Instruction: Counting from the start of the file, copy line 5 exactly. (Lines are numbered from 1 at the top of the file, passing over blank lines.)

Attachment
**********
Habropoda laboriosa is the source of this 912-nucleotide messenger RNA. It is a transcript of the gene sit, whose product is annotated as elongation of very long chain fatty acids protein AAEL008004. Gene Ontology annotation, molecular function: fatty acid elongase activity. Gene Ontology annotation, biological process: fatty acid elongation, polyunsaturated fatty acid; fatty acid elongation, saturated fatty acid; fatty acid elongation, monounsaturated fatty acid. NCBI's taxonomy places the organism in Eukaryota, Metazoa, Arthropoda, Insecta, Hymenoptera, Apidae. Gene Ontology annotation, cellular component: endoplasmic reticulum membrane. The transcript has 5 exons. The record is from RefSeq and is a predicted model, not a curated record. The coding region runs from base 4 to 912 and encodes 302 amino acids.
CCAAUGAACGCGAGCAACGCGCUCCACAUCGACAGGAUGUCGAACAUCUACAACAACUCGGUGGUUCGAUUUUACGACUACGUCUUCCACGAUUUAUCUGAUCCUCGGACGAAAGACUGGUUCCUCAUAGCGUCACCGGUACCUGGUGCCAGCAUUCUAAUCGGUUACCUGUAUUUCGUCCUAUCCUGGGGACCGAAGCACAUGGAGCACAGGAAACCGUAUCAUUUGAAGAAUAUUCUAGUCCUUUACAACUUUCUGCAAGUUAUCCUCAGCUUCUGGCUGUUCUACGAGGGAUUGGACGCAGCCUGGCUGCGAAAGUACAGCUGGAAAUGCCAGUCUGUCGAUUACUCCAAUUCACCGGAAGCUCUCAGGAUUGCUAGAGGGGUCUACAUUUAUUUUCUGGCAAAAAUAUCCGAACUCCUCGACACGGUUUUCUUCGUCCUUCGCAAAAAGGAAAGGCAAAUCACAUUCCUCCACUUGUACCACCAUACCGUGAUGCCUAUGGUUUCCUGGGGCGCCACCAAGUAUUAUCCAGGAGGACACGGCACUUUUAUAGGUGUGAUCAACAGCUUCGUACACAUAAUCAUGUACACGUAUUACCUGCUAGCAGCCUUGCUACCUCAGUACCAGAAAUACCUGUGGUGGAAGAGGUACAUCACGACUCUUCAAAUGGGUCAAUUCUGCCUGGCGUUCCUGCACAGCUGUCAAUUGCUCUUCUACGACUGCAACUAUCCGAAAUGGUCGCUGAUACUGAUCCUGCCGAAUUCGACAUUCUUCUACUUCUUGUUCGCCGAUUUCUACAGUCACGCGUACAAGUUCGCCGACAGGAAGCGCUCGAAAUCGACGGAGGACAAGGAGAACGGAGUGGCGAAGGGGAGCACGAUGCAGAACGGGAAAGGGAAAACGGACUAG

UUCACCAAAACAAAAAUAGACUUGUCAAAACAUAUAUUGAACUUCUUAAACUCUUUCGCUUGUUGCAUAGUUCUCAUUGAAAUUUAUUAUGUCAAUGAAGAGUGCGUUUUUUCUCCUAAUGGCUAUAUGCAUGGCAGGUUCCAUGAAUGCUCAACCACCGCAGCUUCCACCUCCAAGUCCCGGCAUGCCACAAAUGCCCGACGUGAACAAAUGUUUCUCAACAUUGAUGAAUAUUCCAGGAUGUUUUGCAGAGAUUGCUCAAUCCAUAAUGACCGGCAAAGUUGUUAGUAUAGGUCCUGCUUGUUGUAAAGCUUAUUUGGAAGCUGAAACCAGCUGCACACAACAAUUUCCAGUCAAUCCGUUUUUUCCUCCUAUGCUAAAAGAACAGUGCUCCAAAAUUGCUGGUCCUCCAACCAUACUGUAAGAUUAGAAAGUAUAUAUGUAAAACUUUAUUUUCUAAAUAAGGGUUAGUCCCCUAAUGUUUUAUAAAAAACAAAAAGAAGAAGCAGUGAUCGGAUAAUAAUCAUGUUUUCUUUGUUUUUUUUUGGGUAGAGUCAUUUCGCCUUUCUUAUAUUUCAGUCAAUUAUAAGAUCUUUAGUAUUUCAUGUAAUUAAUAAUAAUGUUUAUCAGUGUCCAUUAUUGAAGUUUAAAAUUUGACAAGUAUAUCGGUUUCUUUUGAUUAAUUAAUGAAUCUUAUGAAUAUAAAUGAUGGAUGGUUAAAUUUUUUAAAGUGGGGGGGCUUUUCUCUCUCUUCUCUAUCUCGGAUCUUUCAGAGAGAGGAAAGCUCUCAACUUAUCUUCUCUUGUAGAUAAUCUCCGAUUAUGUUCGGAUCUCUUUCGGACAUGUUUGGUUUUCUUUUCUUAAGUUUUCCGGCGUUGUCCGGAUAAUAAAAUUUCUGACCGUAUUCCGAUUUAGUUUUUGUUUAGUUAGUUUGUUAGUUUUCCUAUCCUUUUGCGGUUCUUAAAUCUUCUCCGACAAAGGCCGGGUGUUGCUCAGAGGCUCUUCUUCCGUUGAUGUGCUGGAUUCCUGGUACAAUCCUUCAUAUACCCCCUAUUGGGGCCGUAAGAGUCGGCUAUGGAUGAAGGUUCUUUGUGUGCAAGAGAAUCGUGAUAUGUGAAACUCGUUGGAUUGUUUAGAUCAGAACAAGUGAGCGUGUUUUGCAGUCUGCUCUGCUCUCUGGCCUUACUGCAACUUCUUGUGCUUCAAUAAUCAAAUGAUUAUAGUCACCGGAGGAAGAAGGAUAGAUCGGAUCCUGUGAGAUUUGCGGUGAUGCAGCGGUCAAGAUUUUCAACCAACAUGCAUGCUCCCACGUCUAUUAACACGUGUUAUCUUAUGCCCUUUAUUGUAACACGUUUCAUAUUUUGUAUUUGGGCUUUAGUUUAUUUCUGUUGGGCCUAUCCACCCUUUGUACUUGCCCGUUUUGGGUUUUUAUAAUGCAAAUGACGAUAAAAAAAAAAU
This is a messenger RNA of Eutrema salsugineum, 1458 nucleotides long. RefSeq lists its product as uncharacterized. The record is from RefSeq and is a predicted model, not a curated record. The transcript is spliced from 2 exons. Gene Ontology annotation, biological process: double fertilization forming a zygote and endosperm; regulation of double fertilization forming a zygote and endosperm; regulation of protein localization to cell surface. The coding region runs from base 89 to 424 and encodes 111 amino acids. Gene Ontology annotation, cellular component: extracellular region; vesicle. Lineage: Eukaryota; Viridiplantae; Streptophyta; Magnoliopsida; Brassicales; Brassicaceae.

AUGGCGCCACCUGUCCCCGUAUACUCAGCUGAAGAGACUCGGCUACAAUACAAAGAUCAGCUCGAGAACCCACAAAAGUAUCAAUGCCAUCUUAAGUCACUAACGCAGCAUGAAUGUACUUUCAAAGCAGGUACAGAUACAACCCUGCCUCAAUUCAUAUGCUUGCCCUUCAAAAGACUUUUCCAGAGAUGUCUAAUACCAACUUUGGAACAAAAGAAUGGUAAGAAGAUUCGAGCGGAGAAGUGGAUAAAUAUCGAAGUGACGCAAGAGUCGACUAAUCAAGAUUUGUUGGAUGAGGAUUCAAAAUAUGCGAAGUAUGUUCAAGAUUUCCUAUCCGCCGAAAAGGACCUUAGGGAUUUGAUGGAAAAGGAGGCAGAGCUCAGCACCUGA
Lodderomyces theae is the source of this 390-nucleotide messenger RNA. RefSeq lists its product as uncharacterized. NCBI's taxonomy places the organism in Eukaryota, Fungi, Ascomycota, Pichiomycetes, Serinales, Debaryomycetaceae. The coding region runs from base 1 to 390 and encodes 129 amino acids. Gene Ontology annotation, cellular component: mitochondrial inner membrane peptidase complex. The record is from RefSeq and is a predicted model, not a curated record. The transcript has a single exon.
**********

AUGGCGCCACCUGUCCCCGUAUACUCAGCUGAAGAGACUCGGCUACAAUACAAAGAUCAGCUCGAGAACCCACAAAAGUAUCAAUGCCAUCUUAAGUCACUAACGCAGCAUGAAUGUACUUUCAAAGCAGGUACAGAUACAACCCUGCCUCAAUUCAUAUGCUUGCCCUUCAAAAGACUUUUCCAGAGAUGUCUAAUACCAACUUUGGAACAAAAGAAUGGUAAGAAGAUUCGAGCGGAGAAGUGGAUAAAUAUCGAAGUGACGCAAGAGUCGACUAAUCAAGAUUUGUUGGAUGAGGAUUCAAAAUAUGCGAAGUAUGUUCAAGAUUUCCUAUCCGCCGAAAAGGACCUUAGGGAUUUGAUGGAAAAGGAGGCAGAGCUCAGCACCUGA